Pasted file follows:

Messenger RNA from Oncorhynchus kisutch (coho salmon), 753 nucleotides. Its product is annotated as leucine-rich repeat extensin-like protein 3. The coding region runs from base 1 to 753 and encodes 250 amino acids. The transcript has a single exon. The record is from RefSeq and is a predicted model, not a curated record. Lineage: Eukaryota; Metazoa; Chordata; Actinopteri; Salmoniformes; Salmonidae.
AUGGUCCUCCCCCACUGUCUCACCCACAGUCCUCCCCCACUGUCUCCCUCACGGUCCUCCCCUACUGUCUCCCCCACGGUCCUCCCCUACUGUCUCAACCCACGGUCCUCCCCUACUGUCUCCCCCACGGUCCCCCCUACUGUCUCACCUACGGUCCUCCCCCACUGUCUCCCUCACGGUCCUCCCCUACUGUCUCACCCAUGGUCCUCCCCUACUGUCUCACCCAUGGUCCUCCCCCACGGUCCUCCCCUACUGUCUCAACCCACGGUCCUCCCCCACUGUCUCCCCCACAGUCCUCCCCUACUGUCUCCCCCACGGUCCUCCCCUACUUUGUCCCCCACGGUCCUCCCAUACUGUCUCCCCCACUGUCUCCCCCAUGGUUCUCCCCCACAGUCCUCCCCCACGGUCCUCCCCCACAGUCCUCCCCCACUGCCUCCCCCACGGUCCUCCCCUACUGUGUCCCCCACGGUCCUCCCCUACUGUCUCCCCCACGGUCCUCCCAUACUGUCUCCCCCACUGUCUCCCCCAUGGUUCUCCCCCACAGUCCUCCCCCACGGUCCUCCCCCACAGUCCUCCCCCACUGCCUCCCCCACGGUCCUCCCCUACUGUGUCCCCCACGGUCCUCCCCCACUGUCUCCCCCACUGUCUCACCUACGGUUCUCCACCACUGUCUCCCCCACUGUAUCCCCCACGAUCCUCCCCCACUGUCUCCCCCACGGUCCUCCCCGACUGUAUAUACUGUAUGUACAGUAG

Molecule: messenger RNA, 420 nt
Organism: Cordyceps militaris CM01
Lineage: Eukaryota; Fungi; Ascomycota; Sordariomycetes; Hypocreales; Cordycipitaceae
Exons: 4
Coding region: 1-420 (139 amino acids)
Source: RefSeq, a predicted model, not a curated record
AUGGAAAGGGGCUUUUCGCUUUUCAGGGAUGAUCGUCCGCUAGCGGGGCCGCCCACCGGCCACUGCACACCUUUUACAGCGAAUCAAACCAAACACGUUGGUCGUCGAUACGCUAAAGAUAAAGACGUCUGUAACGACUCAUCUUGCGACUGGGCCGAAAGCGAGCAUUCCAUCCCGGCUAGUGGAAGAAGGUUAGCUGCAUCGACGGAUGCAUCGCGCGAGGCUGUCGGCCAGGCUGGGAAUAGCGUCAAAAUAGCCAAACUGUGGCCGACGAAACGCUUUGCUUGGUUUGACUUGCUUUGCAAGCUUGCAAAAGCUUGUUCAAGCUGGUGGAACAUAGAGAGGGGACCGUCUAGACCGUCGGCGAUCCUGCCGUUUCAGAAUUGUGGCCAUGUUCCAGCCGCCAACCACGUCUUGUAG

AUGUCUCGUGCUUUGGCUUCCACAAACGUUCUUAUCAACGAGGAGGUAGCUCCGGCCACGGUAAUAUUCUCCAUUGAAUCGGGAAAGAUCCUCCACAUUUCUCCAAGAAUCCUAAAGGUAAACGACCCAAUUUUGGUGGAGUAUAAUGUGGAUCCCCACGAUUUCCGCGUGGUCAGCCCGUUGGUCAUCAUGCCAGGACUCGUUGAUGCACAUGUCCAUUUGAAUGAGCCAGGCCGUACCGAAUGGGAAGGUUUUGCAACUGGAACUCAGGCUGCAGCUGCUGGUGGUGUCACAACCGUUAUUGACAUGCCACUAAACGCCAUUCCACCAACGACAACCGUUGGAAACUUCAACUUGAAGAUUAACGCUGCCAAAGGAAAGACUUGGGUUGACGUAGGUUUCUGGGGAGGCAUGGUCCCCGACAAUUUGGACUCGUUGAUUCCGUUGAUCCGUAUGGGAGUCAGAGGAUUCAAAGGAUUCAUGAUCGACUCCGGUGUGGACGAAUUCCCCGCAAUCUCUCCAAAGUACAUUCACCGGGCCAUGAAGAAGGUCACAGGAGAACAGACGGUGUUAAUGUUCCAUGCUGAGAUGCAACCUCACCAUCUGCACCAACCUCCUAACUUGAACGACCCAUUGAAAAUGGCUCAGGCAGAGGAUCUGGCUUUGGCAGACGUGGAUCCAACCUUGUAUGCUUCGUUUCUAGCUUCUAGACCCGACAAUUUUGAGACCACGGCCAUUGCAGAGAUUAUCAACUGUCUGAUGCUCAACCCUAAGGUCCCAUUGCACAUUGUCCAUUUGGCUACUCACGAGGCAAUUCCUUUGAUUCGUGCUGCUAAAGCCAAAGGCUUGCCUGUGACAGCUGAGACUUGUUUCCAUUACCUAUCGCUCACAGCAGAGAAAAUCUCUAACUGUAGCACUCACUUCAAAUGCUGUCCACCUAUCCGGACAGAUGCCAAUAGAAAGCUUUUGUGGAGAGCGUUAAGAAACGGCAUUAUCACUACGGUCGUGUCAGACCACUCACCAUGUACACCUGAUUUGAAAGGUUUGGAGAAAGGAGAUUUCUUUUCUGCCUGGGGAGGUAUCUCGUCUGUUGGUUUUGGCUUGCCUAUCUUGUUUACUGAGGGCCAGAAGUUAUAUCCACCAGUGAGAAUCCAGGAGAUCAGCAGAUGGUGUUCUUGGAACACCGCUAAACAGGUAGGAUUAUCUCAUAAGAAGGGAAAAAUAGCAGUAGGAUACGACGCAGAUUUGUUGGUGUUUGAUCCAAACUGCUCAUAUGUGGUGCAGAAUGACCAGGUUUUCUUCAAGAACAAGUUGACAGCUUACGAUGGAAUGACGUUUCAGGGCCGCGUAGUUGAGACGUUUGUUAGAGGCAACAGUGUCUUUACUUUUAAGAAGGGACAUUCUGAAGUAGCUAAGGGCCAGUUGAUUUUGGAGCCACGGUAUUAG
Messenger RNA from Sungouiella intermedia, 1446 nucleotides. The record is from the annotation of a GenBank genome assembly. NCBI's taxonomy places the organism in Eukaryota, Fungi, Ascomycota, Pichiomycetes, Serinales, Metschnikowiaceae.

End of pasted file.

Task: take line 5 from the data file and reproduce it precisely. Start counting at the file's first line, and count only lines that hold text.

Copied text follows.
Lineage: Eukaryota; Fungi; Ascomycota; Sordariomycetes; Hypocreales; Cordycipitaceae